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What Monkeys Teach Us About Social Media

A social media platform like Twitter is a kind of social science laboratory that can be sliced in various ways. (For some serious social media slicing and dicing, check out the work of my friend Dan Zarrella.)

Traditional community dynamics apply – there are high-status individuals who have legions of followers and wield considerable influence, and lower-status individuals who have little impact on the community. Principles like reciprocity are at work – if one individual retweets another’s post, it creates a little social obligation for the second to reciprocate. (As in real life, if there’s a big status difference between the two people, the drive to reciprocate may be much smaller or even nonexistent.) New research on monkeys shows that the tracking of social gestures may be hardwired into our brains. […]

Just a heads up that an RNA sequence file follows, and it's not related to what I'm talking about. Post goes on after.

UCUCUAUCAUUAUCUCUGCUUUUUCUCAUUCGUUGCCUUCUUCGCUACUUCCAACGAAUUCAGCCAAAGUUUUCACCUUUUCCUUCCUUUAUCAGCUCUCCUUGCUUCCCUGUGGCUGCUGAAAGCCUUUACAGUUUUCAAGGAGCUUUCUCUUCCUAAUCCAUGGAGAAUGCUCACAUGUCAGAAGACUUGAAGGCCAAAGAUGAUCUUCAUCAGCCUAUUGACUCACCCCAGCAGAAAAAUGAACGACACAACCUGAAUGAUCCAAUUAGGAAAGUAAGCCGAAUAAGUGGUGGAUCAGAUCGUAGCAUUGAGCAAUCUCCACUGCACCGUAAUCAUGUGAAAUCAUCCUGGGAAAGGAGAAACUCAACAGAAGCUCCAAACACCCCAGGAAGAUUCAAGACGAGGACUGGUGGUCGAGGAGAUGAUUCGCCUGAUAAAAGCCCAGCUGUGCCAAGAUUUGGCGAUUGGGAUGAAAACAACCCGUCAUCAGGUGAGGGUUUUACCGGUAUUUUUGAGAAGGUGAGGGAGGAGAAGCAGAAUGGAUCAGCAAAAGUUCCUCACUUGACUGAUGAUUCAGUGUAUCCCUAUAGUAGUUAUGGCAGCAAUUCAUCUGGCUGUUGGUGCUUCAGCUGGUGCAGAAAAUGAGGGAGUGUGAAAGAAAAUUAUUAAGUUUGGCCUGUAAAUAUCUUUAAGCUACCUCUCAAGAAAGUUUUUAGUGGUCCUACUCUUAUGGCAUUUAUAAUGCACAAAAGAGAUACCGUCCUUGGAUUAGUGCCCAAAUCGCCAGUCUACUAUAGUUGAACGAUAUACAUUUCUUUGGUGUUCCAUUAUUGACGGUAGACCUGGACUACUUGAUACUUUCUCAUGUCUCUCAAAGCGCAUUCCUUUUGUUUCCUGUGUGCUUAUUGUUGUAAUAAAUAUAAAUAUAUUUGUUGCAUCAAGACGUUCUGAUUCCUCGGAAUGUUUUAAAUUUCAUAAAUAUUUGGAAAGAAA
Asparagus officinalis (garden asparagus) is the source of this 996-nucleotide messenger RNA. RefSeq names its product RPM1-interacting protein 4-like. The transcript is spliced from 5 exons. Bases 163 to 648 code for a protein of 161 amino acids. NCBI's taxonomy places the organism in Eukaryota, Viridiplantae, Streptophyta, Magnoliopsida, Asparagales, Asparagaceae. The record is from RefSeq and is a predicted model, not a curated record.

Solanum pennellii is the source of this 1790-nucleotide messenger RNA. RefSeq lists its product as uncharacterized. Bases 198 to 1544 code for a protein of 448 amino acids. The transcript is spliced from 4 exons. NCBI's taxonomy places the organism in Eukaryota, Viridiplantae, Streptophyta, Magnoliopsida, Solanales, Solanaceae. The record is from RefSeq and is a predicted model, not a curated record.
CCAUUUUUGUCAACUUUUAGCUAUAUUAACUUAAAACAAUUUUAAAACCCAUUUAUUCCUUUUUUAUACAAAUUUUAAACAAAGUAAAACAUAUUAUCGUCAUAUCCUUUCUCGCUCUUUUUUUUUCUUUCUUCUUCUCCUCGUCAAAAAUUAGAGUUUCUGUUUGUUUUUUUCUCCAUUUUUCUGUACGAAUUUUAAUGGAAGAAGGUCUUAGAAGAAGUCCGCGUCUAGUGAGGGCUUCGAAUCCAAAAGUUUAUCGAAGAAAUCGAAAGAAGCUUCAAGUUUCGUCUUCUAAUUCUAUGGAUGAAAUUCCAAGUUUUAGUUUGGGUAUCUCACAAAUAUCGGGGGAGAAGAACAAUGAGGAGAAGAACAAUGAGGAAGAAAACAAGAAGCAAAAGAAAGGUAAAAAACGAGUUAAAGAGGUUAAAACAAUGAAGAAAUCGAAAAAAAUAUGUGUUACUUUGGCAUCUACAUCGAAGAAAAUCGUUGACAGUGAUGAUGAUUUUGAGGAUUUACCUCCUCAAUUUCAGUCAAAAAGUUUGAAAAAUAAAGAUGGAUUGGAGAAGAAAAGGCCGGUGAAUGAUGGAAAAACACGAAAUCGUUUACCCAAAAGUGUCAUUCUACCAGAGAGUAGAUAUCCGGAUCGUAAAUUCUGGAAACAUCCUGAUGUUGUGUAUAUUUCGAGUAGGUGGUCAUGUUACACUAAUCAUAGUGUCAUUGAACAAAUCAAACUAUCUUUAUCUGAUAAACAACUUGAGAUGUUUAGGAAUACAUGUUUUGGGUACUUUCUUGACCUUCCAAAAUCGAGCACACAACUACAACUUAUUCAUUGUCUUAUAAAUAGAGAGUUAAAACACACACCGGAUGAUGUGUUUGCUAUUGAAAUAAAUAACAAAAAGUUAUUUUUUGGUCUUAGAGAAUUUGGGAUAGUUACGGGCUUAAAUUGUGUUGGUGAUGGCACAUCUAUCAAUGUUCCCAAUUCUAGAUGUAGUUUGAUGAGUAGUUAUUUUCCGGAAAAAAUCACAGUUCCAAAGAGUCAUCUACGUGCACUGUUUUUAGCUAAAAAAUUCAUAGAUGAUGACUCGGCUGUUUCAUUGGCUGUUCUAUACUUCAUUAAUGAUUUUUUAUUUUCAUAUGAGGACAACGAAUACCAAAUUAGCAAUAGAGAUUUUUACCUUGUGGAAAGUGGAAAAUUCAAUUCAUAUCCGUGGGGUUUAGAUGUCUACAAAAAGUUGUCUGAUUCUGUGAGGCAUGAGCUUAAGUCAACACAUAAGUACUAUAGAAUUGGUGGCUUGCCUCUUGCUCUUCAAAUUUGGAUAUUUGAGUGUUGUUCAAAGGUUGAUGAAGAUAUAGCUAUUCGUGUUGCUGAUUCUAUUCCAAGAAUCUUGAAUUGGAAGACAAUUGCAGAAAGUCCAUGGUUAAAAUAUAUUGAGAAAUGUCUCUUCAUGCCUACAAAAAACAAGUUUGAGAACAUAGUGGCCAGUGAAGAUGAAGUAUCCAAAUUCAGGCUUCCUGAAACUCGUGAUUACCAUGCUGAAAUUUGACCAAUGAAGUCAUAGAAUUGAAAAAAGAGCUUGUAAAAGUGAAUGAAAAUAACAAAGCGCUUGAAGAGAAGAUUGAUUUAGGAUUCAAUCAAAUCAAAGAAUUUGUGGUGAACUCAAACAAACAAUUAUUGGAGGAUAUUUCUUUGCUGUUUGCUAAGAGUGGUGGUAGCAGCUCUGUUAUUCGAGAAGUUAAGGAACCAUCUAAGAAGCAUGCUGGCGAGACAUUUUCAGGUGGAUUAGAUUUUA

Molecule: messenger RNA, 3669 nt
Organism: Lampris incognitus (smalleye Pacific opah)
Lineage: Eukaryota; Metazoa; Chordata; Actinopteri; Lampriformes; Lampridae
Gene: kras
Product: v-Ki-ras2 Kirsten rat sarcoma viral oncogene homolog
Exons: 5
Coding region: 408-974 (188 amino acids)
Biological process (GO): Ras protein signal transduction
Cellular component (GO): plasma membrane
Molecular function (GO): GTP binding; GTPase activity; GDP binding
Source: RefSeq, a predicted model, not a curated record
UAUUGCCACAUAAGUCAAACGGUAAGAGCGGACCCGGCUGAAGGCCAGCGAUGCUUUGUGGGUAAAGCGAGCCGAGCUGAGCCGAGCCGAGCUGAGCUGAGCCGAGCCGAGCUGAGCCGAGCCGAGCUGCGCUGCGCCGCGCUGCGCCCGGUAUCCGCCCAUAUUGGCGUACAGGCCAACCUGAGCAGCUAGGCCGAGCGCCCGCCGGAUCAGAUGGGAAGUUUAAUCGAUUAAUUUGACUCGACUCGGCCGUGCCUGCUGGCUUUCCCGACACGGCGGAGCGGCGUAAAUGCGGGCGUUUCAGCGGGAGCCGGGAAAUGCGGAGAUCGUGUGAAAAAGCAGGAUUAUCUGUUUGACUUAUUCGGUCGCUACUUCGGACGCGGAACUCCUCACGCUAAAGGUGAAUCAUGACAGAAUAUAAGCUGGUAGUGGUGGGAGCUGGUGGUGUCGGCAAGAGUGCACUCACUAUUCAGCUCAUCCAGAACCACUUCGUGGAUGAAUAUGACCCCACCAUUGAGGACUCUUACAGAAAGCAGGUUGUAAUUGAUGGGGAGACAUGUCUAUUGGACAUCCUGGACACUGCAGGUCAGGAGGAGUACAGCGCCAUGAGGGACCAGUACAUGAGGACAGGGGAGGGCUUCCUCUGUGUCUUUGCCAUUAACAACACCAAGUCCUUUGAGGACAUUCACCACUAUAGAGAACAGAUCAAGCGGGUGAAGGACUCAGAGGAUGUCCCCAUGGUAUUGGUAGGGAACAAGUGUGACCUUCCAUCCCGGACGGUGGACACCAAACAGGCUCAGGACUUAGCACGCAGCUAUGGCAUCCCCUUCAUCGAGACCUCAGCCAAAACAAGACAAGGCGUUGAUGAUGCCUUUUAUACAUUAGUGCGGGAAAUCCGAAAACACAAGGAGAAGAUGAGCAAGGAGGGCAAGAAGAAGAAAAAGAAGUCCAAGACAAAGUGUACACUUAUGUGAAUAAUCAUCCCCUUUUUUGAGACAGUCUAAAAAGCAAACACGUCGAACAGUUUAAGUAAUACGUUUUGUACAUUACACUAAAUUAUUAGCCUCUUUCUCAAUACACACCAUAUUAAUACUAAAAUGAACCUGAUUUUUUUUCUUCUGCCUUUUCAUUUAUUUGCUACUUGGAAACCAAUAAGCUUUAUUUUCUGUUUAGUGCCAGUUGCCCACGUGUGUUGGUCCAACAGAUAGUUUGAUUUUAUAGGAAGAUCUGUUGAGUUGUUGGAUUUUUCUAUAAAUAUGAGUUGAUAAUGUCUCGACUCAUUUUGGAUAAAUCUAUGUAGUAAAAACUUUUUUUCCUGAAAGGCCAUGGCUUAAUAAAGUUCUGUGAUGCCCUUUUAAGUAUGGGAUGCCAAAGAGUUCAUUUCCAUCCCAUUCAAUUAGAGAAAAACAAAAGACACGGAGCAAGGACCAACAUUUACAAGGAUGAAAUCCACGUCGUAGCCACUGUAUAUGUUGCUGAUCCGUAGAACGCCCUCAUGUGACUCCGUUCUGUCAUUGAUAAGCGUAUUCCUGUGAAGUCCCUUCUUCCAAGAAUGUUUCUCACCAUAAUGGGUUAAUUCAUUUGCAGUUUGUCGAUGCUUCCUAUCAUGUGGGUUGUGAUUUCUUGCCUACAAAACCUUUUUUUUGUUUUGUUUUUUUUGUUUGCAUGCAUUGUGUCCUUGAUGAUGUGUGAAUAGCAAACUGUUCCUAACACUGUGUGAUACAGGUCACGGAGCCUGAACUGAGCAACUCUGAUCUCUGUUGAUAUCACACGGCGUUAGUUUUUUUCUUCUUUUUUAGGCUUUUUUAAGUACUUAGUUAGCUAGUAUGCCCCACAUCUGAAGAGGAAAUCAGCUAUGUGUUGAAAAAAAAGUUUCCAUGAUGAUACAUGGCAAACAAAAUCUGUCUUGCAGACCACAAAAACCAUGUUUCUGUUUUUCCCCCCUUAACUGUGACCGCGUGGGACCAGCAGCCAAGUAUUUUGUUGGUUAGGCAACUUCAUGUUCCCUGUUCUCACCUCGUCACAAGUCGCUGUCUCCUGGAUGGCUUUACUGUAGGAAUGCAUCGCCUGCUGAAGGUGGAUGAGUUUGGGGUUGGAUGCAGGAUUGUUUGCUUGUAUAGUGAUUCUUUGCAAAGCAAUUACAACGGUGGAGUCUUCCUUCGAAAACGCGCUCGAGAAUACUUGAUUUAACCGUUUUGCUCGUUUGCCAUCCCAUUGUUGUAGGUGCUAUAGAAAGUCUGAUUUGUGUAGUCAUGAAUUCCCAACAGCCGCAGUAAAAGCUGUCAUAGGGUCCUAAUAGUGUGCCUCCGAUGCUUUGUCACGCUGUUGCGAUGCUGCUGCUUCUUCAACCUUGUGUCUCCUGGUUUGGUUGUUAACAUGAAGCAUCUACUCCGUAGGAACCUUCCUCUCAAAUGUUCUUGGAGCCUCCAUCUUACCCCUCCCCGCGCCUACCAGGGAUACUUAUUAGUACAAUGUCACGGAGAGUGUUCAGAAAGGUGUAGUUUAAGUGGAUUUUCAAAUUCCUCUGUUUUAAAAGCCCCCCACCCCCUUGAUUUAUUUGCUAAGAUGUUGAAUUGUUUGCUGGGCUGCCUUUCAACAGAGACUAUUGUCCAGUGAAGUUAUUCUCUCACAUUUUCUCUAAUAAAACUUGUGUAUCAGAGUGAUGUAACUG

By |January 4th, 2013|

Avoiding Fairness Dissonance

Most of us attempt to treat each other fairly, and react negatively if we feel we are treated unfairly. We may even react negatively if we see someone else being treated in an unfair manner. Research shows that this sense of fairness isn’t something we learn in school or from our parents (though undoubtedly those environmental factors shape our perception of what constitutes fair behavior) – other primates also have a developed sense of fairness. Sharon Begley of the Wall Street Journal reports in Animals Seem to Have An Inherent Sense Of Fairness and Justice: […]

By |November 10th, 2006|